I know that this subject comes up from time to time. When theology starts getting discussed, you want to see where the other person stands. We learn a concept or doctrine. We learn the label for the specific doctrine, and we use it in our dialogue to be more efficient with words. Some people don’t know the doctrine behind the label, and just use the label to sound smart. Those folks get exposed soon enough. Let’s not be like that. If you’ve never heard these terms before, don’t feel bad. They are used by theology nerds. It doesn’t make you less of a Christian if you haven’t heard of them. Simply put, they describe the logical order of God’s decrees involving the fall and salvation. Understand that the logical order is not necessarily the perceived order.
Supralapsarianism is the view that God elected the people who would be saved, and those who would be eternally condemned. He then decreed to create both groups of people. Then, He decreed to permit the fall. Finally, He decreed to save the elect with the penal substitutionary atonement of Christ. So to sum up, God’s decrees of election and eternal condemnation logically preceded the decree of the fall.
Infralapsarianism is that God decreed the creation of all people. Next, He decreed to allow the fall. Then, He decreed who the elect would be and to save them by the substitutionary atonement of Christ. To sum up, God decreed who the elect would be, after He decreed the fall.
Again, these are supposed to be logical orders not necessarily experiential orders in a linear time. For instance, when we talk about the ordo salutis, we reason through the process, assuming that regeneration precedes justification, and glorification, but we realize that the moment between regeneration and justification may be imperceptibly small, like the short amount of time between when the light switch is toggled and the light actually occurs. It seems instantaneous, but we logically conclude that one had to happen before the other, even if we don’t have the perceptive abilities to experience it.
Let’s say an artist creates an eternal image and uses it as a stamp. He places it on a roller and then begins to press it on a piece of parchment. The shadow copy begins to appear, from left to right in spacetime as the artist rolls the stamp, the image is revealed and the little creatures experience their lives in spacetime. The eternal image was already there. It was created entirely at once. We did not know it. How could we? We didn’t exist, but the artist knows it all, all at once, and perfectly. He doesn’t have to reason it through from one point to another. He doesn’t have to deduce or induce any conclusions. The eternal image He created, He created at once, with perfect knowledge of everything in that image. He doesn’t have to look from left to right as He stamps the image on the parchment to see what comes next.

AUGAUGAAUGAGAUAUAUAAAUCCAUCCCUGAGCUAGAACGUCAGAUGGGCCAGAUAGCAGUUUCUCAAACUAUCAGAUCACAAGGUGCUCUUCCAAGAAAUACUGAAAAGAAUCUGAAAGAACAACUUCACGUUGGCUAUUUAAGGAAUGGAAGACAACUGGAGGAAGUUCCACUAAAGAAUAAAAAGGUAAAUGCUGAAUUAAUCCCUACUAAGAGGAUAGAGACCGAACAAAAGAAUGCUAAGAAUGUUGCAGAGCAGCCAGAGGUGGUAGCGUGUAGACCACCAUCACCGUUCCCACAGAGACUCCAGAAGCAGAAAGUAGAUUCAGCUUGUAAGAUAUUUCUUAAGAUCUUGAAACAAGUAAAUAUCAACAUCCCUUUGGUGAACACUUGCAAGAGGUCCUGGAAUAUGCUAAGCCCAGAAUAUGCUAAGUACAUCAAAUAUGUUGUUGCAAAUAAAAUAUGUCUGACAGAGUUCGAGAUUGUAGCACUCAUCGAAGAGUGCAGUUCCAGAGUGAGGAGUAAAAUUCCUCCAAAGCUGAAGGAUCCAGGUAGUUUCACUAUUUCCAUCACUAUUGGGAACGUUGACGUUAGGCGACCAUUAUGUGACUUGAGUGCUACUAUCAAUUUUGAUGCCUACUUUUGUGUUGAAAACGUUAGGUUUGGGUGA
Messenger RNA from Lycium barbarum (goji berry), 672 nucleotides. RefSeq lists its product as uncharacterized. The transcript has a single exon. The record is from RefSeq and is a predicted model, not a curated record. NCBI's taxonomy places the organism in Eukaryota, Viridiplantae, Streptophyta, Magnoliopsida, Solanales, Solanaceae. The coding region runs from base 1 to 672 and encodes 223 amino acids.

The idea I’m attempting to flesh out here is that God’s knowledge of all things is perfect and has never not been perfect. He has always known what He was going to do and how He was going to do it. It was never not a reality to Him. To say it was inevitable is to denigrate this concept. To say that it was going to happen is like saying that it hasn’t happened yet. Well to us, it hadn’t, but to Him, it had, has, is, is going to be. We feel the need to make sense of things. We want to know how they happen and in what order. What if in eternity, everything never was, will be, and always was? It is paradoxical for us in this existence. It seems only natural to attempt to make sense of God in accord to how we perceive things here and now. Even when we enter into eternity, our experience and perception will be different than God’s. We after all, are still creatures with limited abilities to know and perceive. So the concept goes something like this, God decreed everything simultaneously in one humanly imperceptible instance according to His omniscience and sovereignty, not violating any of His other attributes, but rather in concert with them as a whole in accord with His purpose. cum creare casus esset decretum: “With the creation (or creating) the fall was decreed (or ordained). Thanks to Dr. Dennis for the Latin. Then again, maybe I’m wrong. It is one of those things we can ponder.